EY Sheds Light on 3 Key Business Travel Risk Areas

Global risks are on the rise for companies, and they are coming from new sources. Executives must respond to new uncertainties such as trade wars and emboldened regulatory authorities, and understand how these changes apply across a company’s workforce – sourcing talented people and deploying them in the right places has never been harder. Simply sending workers on business trips is more fraught than ever, and a careless approach could leave workers stranded and expose companies to reputational risks.

With these new challenges in mind, EY through SAP Concur now offers an end-to-end travel management solution to help corporations manage their business travel risks. Focused on user experience, our service provides real-time assessments of a business traveler’s tax, immigration and EU posted-worker obligations before they travel. We use a data-driven approach that leverages SAP Concur’s platform and EY’s tax, immigration and posted-worker technology. “A business traveler needs to focus on the purpose of the trip and not on the challenges,” said Simon Stanaway, an EY partner and Americas Global Mobility leader within its People Advisory Services practice. “We've designed this solution to help the traveler and the company do just that.”

Our data suggests that currently companies are aware of the problem and are managing risk for now by sending workers on shorter business trips. They are also, in something of a paradox, relying more on trips of a month or less, because formal overseas postings are expensive and more difficult to manage as more countries erect barriers to free movement. According to the Global Business Travel Association (GBTA), tax cuts on the scale just enacted in the U.S. in 2017 almost always lead to a surge in business travel, but that pattern may break this time.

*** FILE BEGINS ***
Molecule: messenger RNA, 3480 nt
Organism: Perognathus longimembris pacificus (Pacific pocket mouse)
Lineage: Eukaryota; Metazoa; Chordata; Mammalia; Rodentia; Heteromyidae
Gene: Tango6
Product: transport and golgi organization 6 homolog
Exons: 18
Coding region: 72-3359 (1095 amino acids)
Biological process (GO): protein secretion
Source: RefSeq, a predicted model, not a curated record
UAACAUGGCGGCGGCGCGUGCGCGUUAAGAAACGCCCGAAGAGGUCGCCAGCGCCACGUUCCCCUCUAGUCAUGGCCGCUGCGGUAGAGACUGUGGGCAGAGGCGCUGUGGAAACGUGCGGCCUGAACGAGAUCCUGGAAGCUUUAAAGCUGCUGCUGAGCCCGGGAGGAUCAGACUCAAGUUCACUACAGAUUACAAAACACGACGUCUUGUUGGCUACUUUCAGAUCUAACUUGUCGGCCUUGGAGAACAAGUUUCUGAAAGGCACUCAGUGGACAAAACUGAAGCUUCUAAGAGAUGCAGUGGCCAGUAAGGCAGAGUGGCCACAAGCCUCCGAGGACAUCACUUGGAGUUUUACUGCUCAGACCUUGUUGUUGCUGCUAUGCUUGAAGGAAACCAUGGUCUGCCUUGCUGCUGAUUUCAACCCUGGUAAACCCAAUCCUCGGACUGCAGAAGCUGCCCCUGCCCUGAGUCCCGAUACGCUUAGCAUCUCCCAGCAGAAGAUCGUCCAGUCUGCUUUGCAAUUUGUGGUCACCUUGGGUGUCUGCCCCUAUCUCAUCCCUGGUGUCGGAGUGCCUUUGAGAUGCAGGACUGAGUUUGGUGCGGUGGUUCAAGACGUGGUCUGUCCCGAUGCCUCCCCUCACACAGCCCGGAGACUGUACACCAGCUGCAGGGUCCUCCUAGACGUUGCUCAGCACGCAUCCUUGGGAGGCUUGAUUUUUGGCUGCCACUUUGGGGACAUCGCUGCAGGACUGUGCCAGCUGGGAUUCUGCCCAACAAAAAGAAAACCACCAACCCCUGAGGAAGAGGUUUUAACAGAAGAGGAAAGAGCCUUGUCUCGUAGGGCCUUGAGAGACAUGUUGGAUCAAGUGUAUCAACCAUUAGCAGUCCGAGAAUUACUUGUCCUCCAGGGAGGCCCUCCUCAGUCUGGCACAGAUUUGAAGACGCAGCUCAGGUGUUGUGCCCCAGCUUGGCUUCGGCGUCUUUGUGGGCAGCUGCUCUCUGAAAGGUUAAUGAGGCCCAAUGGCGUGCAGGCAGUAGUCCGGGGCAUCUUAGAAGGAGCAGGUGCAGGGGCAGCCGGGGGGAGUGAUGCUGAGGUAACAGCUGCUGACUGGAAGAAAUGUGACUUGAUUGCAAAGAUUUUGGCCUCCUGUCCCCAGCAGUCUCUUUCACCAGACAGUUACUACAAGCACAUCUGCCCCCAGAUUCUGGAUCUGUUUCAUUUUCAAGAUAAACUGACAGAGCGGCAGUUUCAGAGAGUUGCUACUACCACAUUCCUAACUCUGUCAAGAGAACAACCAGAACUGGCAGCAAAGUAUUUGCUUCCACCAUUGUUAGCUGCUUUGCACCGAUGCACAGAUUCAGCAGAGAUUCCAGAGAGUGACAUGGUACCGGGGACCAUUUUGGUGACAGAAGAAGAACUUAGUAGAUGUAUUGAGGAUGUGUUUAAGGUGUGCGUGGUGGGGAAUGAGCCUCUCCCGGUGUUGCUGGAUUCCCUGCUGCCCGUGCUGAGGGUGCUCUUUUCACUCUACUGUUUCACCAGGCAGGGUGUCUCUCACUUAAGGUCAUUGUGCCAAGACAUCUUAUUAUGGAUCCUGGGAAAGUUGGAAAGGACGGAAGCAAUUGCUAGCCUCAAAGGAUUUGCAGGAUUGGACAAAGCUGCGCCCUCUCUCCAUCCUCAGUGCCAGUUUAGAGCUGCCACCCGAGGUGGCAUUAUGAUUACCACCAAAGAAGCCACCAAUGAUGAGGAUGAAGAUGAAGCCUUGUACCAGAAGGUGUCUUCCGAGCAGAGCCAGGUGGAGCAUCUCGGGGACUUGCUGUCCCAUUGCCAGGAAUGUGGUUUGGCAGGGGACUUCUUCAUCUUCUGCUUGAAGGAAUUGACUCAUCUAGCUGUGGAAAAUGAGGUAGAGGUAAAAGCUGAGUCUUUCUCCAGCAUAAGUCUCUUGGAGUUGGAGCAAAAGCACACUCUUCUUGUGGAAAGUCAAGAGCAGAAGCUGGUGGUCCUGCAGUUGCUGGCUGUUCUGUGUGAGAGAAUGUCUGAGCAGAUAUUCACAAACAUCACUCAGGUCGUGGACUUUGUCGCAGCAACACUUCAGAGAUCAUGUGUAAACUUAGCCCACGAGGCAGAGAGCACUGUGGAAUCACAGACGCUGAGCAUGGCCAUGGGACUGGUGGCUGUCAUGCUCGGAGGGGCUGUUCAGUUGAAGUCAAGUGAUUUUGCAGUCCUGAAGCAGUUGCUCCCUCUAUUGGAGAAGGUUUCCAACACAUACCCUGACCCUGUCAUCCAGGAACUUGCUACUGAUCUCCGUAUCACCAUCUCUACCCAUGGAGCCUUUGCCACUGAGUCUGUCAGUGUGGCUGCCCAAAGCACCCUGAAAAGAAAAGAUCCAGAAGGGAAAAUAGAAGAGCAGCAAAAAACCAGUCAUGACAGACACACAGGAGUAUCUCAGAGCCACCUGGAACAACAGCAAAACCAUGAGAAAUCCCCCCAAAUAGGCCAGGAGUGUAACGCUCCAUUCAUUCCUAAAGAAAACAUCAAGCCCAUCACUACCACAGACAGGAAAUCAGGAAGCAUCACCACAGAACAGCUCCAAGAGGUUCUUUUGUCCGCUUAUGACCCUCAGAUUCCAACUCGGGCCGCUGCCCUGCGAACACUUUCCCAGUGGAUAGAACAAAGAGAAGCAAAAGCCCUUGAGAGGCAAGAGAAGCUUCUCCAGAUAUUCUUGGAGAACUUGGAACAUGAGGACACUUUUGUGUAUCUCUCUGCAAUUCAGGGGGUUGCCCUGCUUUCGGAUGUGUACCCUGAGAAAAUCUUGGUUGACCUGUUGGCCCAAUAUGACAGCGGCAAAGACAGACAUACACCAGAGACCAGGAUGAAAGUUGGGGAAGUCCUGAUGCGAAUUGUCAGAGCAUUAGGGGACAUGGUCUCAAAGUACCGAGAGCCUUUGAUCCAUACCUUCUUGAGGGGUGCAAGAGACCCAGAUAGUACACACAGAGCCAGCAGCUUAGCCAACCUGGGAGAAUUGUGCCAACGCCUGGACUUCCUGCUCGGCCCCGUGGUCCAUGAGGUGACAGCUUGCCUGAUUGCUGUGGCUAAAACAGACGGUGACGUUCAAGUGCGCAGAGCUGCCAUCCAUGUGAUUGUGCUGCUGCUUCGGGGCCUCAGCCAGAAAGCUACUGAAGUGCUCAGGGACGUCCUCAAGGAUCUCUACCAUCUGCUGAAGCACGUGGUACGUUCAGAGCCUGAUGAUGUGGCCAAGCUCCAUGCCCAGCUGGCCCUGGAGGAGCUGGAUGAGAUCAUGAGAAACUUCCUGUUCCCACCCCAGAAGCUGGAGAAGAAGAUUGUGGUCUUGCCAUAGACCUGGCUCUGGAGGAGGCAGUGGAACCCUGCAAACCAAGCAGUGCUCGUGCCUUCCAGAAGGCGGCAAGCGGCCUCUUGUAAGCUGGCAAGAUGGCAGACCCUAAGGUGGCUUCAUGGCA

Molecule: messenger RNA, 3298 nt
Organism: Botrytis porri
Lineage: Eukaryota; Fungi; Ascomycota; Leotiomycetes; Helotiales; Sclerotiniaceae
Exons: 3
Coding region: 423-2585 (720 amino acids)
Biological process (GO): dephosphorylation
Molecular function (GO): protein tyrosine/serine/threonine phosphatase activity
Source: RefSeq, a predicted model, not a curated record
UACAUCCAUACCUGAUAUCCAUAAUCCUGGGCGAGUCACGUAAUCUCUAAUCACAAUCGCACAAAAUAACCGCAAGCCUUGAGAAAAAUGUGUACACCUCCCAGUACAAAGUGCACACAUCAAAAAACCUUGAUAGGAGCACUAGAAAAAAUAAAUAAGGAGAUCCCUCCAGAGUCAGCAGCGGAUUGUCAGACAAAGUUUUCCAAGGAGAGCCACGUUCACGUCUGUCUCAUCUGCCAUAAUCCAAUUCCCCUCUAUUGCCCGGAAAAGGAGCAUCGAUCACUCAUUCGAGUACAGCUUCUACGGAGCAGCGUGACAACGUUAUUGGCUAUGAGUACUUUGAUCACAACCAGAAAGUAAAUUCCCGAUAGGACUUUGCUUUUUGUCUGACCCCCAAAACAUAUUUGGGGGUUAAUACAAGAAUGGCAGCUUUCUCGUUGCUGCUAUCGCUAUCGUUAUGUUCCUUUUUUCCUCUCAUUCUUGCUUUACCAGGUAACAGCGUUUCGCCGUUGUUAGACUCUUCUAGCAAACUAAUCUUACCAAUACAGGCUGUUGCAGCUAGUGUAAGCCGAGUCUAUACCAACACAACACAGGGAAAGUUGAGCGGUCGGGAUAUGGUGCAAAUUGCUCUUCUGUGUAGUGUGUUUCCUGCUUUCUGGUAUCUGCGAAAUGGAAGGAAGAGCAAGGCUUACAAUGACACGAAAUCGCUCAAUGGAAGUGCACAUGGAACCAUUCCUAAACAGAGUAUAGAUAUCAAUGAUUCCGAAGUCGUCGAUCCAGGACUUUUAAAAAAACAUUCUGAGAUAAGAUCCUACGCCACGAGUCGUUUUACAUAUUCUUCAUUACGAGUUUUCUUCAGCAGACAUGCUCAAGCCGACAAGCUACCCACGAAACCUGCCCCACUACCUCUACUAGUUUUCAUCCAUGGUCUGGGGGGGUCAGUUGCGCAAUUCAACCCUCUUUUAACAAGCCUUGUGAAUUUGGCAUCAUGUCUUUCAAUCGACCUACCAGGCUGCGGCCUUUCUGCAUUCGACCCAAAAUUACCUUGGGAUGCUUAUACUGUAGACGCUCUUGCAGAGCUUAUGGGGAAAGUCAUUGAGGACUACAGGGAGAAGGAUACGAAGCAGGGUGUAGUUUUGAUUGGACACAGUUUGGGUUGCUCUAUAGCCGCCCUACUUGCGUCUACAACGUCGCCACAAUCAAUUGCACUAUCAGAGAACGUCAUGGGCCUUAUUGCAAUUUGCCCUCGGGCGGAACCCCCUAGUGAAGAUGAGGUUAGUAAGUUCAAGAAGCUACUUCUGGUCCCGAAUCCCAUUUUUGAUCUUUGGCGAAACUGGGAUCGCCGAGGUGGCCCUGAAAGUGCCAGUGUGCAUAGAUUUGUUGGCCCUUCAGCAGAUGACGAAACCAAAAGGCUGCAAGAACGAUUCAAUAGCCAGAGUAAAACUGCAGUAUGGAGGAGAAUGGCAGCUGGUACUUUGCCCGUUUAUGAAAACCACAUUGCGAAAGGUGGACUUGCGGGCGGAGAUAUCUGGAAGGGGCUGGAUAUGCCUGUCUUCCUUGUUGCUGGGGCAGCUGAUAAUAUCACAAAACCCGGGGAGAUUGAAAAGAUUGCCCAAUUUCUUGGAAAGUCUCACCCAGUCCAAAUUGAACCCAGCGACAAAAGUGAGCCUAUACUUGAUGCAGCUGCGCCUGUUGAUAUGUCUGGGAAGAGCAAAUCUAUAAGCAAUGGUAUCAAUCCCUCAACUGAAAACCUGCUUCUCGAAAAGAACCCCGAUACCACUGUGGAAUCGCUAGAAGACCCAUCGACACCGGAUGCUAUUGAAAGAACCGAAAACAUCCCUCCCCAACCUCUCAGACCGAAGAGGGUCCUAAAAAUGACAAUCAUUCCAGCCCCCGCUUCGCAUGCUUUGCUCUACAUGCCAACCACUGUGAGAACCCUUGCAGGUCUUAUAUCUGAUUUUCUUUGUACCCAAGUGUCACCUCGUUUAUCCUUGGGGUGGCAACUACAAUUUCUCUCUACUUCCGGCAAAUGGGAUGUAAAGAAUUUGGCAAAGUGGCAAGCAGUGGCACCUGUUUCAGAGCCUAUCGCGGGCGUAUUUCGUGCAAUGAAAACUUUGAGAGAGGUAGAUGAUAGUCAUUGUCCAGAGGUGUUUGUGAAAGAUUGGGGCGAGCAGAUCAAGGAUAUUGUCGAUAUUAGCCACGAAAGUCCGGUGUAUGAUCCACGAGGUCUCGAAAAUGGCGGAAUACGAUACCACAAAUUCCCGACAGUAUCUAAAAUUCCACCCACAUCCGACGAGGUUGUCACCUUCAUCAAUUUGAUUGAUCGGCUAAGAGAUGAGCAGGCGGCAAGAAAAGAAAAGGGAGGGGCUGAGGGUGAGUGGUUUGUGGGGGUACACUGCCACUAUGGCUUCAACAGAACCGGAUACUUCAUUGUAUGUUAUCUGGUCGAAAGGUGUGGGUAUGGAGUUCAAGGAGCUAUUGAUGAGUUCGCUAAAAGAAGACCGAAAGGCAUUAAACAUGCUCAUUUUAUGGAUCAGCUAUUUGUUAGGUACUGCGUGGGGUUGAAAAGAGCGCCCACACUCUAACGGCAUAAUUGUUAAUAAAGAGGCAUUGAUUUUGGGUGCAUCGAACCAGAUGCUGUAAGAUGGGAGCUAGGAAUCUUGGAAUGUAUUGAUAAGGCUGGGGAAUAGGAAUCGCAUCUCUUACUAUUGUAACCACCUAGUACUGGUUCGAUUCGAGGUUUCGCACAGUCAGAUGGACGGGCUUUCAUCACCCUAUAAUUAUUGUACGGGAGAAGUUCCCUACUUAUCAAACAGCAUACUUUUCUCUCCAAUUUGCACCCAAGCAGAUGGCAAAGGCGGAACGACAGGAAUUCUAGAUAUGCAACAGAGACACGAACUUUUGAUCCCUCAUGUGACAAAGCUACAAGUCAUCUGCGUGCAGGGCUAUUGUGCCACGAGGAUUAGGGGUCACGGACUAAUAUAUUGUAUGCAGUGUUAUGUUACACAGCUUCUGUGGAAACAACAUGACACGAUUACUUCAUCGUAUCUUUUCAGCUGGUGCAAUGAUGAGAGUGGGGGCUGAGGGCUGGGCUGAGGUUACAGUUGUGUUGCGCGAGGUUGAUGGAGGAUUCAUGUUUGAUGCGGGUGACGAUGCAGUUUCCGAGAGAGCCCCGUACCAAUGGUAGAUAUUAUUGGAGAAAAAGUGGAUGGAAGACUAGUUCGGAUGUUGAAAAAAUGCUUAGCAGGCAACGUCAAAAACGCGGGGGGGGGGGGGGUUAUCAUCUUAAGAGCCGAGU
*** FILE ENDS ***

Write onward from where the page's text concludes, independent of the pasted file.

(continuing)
How can we get back to an environment in which business travel requirements are no longer subjugated by external risks? The main risks cluster in three areas:

  • Trade risks are primary. The GBTA considers the rise in worldwide protectionism the biggest single risk to business travel, SAP Concur data already show fewer travelers on key global pathways. Business trips from the U.S. to China are suppressed compared with from other key Western countries.
  • Tax risks come as countries seek to maximize receipts from corporations. A total of 129 countries have pledged to implement the Organization for Economic Co-operation and development (OECD) Base Erosion and Profit Shifting Action Plan (BEPS) initiative, the biggest global rewrite of taxation laws and regulations in history. Expect more tax authorities to demand the creation of a permanent establishment (corporate tax presence), and more detailed verification processes.
  • Talent risks come as countries seek to protect domestic workers. A recent example is the introduction of the posted-worker regulations within the European Union. Here, along with immigration and tax risks, the digitization of data boosts the risk profile. Digital records are easier to share across government agencies. In the U.S., the Internal Revenue Service now uses data from the Department of Homeland Security (Immigration) to check a company’s tax returns against those of its employees for potential inconsistencies. We’ve also seen similar approaches adopted in countries such as Canada, Singapore and Australia.

For some, a cautious approach may be the best response, but our data shows that a proactive approach can create more options, said Timothy Dalton, a San Jose-based EY People Advisory Services partner and Global SAP Concur Alliance Leader: “We can’t just keep doing things the usual way. But if you have the controls in place to identify the risks, the impact can be minimal.  Data needs to be used and made available in an ecosystem in an efficient, intelligent, and automated fashion so companies can benefit from high levels of productivity. And if you can make the user experience easy, you can drive compliance.”




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